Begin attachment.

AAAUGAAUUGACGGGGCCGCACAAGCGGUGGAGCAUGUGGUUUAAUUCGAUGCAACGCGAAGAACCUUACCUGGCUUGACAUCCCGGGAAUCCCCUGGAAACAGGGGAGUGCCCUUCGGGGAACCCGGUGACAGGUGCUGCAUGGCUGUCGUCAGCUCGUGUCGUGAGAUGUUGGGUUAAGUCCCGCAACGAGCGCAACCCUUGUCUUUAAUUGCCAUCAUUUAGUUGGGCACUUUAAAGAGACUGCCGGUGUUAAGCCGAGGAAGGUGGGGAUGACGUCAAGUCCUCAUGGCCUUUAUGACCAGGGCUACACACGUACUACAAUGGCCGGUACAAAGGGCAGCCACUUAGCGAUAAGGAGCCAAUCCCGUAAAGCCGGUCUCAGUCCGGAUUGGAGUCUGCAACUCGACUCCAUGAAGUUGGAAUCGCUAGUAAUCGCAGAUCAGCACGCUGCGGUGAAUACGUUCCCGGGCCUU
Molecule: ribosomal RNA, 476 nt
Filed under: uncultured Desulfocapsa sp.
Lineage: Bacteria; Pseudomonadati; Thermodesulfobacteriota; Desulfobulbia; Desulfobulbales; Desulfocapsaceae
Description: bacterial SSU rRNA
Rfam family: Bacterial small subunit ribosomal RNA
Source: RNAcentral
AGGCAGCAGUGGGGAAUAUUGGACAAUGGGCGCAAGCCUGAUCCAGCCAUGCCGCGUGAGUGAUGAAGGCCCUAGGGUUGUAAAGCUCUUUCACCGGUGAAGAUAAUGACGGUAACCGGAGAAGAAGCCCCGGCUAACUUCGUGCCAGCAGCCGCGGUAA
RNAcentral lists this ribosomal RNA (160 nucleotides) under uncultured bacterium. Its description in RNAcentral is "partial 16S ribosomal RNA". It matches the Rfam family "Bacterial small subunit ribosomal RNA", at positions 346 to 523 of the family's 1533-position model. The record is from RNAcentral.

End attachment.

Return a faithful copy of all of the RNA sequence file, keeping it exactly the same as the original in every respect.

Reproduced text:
AAAUGAAUUGACGGGGCCGCACAAGCGGUGGAGCAUGUGGUUUAAUUCGAUGCAACGCGAAGAACCUUACCUGGCUUGACAUCCCGGGAAUCCCCUGGAAACAGGGGAGUGCCCUUCGGGGAACCCGGUGACAGGUGCUGCAUGGCUGUCGUCAGCUCGUGUCGUGAGAUGUUGGGUUAAGUCCCGCAACGAGCGCAACCCUUGUCUUUAAUUGCCAUCAUUUAGUUGGGCACUUUAAAGAGACUGCCGGUGUUAAGCCGAGGAAGGUGGGGAUGACGUCAAGUCCUCAUGGCCUUUAUGACCAGGGCUACACACGUACUACAAUGGCCGGUACAAAGGGCAGCCACUUAGCGAUAAGGAGCCAAUCCCGUAAAGCCGGUCUCAGUCCGGAUUGGAGUCUGCAACUCGACUCCAUGAAGUUGGAAUCGCUAGUAAUCGCAGAUCAGCACGCUGCGGUGAAUACGUUCCCGGGCCUU
Molecule: ribosomal RNA, 476 nt
Filed under: uncultured Desulfocapsa sp.
Lineage: Bacteria; Pseudomonadati; Thermodesulfobacteriota; Desulfobulbia; Desulfobulbales; Desulfocapsaceae
Description: bacterial SSU rRNA
Rfam family: Bacterial small subunit ribosomal RNA
Source: RNAcentral
AGGCAGCAGUGGGGAAUAUUGGACAAUGGGCGCAAGCCUGAUCCAGCCAUGCCGCGUGAGUGAUGAAGGCCCUAGGGUUGUAAAGCUCUUUCACCGGUGAAGAUAAUGACGGUAACCGGAGAAGAAGCCCCGGCUAACUUCGUGCCAGCAGCCGCGGUAA
RNAcentral lists this ribosomal RNA (160 nucleotides) under uncultured bacterium. Its description in RNAcentral is "partial 16S ribosomal RNA". It matches the Rfam family "Bacterial small subunit ribosomal RNA", at positions 346 to 523 of the family's 1533-position model. The record is from RNAcentral.